Homeowners associations are like little governments. They have an HOA board of directors that govern and oversee the association and that Board does have some powers. But where does the Board get these powers and authority to enforce their documents and rules?
Are your HOA board members able to handle the load of managing your homeowners association, or do you need a professional? This is a great question to be asking and there are a few factors to consider. If your board can handle some of the responsibilities but doesn’t want to take on all that needs to be managed and get done, then you may consider splitting the work between your volunteers and outside professionals.
Celebrating the 4th of July might look like traveling to visit friends and family, taking a vacation, or hosting you're annual block party. If you're planning on sticking close to home and barbecuing, setting up some water play for the kids, and watching fireworks in your homeowners association remind residents of the following information.
A hot topic in homeowners associations is renting out your home in the neighborhood. The primary concern for homeowners is that too many rentals will lower the quality of the HOA community, causing broken rules, problems in the neighborhood, and safety issues. While some HOAs may restrict rentals completely, others set a rental cap. Most HOAs have a rental policy that can be found in the governing documents.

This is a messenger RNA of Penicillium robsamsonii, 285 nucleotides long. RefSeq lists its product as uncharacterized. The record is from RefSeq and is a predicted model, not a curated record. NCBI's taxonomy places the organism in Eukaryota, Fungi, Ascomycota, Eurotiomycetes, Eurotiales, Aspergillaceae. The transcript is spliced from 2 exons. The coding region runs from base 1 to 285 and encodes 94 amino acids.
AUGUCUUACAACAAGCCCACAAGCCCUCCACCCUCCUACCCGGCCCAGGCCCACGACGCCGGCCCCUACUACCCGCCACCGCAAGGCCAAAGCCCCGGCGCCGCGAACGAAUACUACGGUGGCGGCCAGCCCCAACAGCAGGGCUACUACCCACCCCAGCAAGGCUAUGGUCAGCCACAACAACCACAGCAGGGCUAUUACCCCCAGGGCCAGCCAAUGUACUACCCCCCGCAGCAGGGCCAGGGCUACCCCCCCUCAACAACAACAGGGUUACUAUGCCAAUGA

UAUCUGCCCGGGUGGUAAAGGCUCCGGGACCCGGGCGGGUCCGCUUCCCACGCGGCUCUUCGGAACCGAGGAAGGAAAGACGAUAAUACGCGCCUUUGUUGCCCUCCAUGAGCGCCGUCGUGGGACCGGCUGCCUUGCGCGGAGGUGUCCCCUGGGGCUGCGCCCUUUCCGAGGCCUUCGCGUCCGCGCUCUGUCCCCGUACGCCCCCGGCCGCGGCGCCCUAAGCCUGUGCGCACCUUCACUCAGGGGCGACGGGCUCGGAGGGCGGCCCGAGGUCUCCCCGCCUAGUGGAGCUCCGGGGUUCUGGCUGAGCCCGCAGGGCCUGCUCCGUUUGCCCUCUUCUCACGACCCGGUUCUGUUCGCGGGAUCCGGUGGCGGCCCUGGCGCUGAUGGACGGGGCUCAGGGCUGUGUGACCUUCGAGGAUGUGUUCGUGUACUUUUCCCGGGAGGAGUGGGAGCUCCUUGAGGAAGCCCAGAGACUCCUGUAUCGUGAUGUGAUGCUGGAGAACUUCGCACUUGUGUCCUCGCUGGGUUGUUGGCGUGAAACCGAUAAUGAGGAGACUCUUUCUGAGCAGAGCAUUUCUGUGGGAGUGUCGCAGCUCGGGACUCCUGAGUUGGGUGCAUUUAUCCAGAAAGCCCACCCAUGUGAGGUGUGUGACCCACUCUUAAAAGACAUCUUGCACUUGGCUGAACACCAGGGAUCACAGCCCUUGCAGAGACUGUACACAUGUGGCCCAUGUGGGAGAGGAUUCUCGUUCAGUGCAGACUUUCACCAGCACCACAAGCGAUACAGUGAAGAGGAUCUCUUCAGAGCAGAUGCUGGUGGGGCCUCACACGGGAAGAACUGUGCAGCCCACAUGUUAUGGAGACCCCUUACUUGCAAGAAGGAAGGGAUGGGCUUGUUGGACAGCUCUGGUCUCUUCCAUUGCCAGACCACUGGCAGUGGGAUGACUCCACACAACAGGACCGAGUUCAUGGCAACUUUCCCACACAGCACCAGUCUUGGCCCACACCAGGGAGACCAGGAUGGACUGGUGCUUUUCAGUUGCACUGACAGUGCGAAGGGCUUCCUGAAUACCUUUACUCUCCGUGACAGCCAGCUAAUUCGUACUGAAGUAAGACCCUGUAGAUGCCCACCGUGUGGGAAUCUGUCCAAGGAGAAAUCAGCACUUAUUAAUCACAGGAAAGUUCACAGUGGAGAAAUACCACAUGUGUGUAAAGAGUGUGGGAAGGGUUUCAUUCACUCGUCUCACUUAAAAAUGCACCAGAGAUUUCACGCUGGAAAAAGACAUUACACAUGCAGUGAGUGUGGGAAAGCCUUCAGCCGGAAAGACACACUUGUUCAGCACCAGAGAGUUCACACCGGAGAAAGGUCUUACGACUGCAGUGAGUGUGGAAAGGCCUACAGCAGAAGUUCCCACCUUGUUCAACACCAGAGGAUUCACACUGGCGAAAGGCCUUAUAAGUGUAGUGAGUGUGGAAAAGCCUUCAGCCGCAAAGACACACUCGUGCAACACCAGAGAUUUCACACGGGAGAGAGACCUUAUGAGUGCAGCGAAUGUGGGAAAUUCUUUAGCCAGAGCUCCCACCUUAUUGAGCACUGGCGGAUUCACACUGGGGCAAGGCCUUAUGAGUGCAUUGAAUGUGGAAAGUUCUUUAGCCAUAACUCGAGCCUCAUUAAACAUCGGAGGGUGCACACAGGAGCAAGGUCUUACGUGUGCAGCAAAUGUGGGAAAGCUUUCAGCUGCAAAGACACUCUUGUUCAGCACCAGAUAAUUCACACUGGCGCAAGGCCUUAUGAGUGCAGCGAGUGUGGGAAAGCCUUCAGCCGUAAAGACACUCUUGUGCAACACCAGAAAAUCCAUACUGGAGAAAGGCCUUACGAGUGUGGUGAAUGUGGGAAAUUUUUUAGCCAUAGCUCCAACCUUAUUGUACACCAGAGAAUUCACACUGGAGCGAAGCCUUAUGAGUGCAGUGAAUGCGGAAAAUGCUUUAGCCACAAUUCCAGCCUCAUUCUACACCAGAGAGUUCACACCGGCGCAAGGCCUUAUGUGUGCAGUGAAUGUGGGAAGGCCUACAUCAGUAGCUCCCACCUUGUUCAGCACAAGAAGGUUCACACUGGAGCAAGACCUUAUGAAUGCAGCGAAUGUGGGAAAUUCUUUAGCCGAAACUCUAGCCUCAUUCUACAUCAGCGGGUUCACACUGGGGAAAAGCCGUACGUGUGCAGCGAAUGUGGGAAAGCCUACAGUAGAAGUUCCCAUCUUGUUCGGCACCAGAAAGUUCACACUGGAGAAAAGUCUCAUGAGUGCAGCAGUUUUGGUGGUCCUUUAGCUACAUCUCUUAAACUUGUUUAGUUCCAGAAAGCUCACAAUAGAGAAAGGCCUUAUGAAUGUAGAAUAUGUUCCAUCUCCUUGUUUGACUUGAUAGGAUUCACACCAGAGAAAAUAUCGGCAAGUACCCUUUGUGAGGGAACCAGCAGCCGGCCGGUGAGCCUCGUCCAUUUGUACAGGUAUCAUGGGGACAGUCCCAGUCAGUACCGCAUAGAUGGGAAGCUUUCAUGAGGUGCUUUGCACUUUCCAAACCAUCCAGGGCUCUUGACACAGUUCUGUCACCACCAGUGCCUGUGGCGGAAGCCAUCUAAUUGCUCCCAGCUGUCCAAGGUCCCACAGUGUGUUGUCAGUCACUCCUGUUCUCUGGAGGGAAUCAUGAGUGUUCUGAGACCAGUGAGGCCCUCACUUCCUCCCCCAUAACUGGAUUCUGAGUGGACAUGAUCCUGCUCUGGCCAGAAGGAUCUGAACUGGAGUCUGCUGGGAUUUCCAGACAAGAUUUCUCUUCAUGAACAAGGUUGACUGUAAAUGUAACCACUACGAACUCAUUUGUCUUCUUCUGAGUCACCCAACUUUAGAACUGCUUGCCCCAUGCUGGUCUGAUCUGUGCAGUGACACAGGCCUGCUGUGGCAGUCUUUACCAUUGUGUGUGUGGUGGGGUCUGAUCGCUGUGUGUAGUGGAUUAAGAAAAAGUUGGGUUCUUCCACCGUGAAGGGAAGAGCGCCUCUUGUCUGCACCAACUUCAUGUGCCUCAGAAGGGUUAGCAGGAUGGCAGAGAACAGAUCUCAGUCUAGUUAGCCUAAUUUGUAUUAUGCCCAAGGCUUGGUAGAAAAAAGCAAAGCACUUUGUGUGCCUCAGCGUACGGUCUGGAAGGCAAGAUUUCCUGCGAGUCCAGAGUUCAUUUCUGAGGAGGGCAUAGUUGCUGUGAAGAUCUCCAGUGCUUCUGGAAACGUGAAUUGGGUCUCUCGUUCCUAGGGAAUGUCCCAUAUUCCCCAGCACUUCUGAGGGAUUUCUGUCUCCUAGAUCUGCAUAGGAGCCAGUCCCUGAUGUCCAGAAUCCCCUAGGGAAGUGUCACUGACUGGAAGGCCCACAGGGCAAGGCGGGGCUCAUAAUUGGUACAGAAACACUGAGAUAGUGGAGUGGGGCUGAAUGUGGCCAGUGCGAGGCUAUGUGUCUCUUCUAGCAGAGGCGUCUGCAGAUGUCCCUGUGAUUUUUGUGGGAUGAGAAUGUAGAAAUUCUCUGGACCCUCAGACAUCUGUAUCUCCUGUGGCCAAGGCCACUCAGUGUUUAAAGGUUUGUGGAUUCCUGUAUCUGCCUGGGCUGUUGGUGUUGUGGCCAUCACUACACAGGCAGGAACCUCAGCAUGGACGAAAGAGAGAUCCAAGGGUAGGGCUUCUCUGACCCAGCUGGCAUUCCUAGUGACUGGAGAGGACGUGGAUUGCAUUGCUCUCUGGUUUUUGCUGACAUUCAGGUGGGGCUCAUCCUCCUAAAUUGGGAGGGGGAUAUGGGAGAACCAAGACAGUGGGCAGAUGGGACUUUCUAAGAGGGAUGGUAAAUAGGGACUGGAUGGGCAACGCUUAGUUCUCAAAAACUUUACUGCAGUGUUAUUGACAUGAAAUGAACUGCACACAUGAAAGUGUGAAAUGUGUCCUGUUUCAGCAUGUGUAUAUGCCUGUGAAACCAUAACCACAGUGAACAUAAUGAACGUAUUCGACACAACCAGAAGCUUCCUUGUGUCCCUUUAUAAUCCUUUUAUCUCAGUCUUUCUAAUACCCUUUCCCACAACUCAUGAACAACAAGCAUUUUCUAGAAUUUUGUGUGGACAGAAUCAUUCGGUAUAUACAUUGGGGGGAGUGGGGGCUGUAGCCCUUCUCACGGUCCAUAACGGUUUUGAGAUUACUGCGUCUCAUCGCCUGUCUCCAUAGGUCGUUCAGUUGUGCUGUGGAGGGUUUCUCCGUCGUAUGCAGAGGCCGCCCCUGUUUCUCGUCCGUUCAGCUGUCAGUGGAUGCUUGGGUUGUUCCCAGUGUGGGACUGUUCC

Does your HOA board deal with noise disturbance complaints from members? Noise is an inevitable reality in a condominium homeowners association. Condominium dwellers live in such close proximity, it’s essential that all residents consider the effect that noise will have on their neighbors – especially when it comes to long-term considerations, such as deciding on floor coverings, where to mount the flat-screen television or when to knock out a wall.
An HOA board may get pushback from members in the association when it comes to rule violations. Members will get a violation letter and they'll respond back with, "How come I'm getting a violation letter when my neighbor is doing the exact same thing? You're not treating everyone the same?"
First, the member may not know that their neighbor is also receiving violation letters, but regardless, in an HOA everyone should be held to the same level of the rules and accountable to follow them. People shouldn’t be treated differently within the association. This is known as selective enforcement.
On Memorial Day, Independence Day, Veteran's Day and other patriotic holidays, many Americans show respect for their country by raising the star spangled banner or displaying it in some way on their home or in their yard. But can your homeowners association keep you from showing your patriotism and restrict you from displaying the American Flag?
Each Association is unique, but more often than not your Association has at some point in the past – or will in the future – experience questions similar to the real-life issues addressed below. Continue reading to see if any of these real-life questions and expert answers from an HOA manager apply to your Association.
Sometimes it's confusing for volunteers to know and understand their place on the HOA board. Each board member must hold an officer position, but if you have a Board of Directors comprised of more than five individuals, you may have a position called “member at large.” The duties and position of the member at large can often be confusing, and while it may look different for each association, there is general agreement of what the position consists of.
When you become a member of a homeowners association, you receive a copy of the governing documents. By living in the HOA, you also agree to abide by them, so it's important to read them and understand what they say. However, these documents often use a lot of jargon and can be difficult to understand. Here's a snapshot of the purpose of the Bylaws in an association.